It’s important we make consumers understand why that is, so they appreciate the difference.
A large part of our focus as a brand is on tapping forums where we can have such conversations. More than really speaking about our bags, I want to talk about materials, research, impact etc. because these are things I keenly follow more as an individual.
How do you see the future of fashion in India?
Kumar: I see a lot more independent small labels making their foray – there was this whole space between high street fashion and designer brands that was untapped for a long time – that is changing.
Social media has today allowed young brands and designers to showcase their designs and reach out to potential customers without huge investments and costs. It’s created a level playing field for many.
Looking at the current scenario, how important do you think it is to make mindful choices?
Kumar: When I started I realised the understanding of the difference between what makes a product vegan or cruelty free and what makes it sustainable wasn’t very clear. Very often people use them interchangeably.
We have to understand there is no product which has a zero impact. Every time you buy or create something new there is an impact, so it comes down to understanding what this impact is and minimizing it.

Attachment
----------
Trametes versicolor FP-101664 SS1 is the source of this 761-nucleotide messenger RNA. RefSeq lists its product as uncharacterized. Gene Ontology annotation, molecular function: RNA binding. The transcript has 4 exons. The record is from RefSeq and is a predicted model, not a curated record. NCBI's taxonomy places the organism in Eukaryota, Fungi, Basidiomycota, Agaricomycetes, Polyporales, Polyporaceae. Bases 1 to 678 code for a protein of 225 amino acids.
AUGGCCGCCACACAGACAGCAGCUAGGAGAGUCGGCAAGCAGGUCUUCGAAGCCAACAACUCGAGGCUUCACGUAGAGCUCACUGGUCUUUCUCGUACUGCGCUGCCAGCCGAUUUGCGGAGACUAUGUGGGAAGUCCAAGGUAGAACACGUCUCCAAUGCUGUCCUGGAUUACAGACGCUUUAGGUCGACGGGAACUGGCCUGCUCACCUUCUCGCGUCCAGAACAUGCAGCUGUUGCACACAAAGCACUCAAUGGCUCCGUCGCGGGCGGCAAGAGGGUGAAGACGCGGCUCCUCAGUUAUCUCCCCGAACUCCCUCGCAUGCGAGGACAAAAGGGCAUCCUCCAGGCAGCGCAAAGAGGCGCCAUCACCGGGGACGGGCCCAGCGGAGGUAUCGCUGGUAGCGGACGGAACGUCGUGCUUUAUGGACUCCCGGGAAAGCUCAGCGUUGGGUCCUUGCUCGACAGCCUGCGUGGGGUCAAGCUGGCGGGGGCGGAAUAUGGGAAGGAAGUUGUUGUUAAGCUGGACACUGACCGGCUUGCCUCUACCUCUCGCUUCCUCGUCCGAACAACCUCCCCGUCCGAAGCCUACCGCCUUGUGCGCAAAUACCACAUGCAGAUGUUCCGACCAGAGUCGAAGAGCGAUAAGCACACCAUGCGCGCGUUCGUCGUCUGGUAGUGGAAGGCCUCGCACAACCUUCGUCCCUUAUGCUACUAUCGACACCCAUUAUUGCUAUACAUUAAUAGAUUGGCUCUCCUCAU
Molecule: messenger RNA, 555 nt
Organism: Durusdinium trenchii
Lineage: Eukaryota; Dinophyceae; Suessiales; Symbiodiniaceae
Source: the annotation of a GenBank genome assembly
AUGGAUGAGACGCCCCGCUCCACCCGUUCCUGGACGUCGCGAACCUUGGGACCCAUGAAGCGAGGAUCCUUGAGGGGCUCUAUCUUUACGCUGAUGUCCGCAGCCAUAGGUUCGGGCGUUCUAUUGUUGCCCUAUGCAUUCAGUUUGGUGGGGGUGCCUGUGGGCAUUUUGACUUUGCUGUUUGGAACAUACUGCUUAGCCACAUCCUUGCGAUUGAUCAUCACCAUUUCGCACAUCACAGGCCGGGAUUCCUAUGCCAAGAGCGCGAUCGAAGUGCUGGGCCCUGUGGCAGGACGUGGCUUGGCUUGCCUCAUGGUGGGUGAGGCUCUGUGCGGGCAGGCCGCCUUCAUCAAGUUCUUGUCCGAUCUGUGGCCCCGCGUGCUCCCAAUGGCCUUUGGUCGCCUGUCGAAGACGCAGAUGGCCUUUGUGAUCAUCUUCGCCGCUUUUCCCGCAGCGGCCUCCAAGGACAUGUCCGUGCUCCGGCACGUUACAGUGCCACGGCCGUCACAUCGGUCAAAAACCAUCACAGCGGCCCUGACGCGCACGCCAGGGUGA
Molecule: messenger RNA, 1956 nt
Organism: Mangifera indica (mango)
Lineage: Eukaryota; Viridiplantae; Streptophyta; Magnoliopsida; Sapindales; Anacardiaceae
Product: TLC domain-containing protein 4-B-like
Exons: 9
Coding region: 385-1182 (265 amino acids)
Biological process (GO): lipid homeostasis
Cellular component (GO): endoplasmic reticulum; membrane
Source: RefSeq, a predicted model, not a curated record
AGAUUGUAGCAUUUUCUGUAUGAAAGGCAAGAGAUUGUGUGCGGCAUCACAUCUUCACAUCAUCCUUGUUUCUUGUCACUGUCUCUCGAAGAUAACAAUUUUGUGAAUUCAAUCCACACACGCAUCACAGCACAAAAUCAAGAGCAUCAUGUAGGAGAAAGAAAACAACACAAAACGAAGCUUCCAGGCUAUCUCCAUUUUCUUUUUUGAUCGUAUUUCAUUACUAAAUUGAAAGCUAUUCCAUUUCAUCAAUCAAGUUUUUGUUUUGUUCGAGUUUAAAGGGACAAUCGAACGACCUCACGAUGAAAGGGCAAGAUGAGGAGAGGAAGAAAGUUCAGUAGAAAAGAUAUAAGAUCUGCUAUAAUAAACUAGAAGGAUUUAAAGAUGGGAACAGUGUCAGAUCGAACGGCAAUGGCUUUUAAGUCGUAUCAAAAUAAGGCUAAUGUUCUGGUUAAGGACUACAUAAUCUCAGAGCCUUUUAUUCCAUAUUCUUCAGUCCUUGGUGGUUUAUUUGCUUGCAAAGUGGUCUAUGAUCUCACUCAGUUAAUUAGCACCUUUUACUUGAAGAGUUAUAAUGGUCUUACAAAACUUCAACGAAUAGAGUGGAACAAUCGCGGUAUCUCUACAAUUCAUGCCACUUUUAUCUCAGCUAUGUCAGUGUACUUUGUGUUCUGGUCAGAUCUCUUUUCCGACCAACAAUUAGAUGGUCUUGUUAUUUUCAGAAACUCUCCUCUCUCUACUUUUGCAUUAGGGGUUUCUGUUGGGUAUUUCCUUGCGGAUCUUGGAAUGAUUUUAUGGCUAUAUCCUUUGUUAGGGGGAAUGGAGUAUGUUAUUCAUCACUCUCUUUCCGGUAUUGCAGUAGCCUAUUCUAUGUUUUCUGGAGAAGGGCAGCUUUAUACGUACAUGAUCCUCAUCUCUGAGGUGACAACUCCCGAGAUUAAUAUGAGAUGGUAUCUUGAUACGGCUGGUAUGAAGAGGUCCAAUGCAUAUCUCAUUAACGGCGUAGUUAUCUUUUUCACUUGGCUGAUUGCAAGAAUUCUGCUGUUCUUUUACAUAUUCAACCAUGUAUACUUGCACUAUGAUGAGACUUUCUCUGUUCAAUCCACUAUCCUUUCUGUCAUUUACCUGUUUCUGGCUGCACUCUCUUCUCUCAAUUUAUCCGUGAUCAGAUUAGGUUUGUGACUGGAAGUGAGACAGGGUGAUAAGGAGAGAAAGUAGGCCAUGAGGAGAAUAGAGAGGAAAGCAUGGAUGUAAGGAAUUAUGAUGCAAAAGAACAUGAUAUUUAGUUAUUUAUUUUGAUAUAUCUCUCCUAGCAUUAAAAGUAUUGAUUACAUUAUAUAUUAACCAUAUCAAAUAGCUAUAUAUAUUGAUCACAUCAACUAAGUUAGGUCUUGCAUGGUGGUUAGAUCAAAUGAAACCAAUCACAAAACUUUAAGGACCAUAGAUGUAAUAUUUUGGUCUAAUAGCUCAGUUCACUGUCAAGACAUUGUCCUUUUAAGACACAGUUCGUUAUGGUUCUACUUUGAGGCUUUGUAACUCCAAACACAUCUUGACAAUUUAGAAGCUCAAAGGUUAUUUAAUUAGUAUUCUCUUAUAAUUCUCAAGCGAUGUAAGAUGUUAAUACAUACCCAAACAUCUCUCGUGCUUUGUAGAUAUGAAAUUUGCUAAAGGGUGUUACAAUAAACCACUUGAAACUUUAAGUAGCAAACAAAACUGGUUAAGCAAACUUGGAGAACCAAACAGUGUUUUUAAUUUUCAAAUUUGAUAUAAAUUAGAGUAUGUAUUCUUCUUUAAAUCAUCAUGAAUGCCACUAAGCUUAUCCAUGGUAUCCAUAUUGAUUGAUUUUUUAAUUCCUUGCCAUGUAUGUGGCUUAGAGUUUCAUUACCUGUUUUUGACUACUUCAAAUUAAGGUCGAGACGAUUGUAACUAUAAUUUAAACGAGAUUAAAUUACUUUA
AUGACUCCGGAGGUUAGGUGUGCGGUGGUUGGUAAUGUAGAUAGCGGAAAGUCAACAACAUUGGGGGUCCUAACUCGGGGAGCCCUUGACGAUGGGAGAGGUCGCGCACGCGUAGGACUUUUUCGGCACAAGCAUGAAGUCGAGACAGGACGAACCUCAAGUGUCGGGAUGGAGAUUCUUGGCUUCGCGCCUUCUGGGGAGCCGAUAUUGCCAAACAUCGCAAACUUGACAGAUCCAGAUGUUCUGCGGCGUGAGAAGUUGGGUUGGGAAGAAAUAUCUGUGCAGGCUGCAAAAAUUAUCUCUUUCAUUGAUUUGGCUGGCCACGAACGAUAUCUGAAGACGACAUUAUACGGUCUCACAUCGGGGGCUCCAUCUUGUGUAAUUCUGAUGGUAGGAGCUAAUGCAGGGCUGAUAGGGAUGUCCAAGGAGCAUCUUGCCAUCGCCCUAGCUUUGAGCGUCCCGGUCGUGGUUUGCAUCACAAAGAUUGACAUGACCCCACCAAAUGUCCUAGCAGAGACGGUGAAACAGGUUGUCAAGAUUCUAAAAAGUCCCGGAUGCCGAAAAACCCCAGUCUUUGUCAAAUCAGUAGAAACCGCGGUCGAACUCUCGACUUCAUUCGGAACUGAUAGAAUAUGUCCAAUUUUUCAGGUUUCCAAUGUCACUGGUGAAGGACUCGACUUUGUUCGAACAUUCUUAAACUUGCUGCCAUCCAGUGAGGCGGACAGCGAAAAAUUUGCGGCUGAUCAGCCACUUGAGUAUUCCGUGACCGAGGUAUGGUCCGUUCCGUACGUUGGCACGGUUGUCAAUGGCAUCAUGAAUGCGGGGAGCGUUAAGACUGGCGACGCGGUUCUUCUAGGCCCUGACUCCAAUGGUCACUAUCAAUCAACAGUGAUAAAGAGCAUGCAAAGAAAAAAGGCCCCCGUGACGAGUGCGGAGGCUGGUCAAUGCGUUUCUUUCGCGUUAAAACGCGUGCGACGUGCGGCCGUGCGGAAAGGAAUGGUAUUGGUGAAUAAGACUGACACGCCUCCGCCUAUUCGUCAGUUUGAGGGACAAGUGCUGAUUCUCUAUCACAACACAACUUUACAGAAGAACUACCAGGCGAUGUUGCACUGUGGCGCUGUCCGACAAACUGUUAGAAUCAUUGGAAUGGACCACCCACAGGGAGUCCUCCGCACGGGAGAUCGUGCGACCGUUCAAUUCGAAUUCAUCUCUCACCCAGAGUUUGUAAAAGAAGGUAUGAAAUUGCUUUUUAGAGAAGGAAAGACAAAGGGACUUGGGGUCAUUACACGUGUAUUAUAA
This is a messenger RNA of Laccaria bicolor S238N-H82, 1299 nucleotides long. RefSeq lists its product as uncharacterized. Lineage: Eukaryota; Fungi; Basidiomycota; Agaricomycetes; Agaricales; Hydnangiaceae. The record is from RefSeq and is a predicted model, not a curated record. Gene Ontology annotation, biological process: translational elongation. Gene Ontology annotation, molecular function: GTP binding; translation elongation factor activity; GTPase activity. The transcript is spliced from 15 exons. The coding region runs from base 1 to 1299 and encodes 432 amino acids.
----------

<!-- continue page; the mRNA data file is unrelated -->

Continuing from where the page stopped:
The materials we’ve chosen to work with have minimal impact – some of it is created from agricultural waste and others have been ethically harvested to ensure they do not damage the eco-system from where they are sourced. The disposal of these products at the end of their life cycle is also significantly less damaging to the environment. They’re either partially or completely biodegradable.
How do you think the pandemic has changed the way fashion is seen in India?
Kumar: Firstly people have realised that we all have way more than we need – most of us have gone back our closets, and realized that we have so much stashed away, that sometimes we didn’t even remember.
It has brought the supply chains into focus – when we earlier bought an outfit not much thought was given to the person who’s actually made it. During the pandemic they were the worst affected. With factories shutting down, orders getting cancelled, brands refusing to pay up, people losing their livelihoods and all of this being highlighted, shared and campaigned for extensively on social media, today a lot more people are aware, which is a first step towards responsible consumption.
Finally people are a lot more comfortable in their own skin today, six months of not having to dress up has changed the way a lot of us view our wardrobes – it’s about being more relaxed, easy and laid back. Wearing what makes you happy. I feel this trend is here to stay.
Plans for the future?
Kumar: We are always looking to work with newer materials and once things settle down a bit, I am looking forward to introducing some newer leather alternatives. We are also looking at launching a men’s collection soon and are in conversation with a few international platforms to start retailing. Over the next few months our focus will be on building our product portfolio, tapping global platforms to retail our products and mostly importantly building more awareness and conversation around what we do and why. (IANS)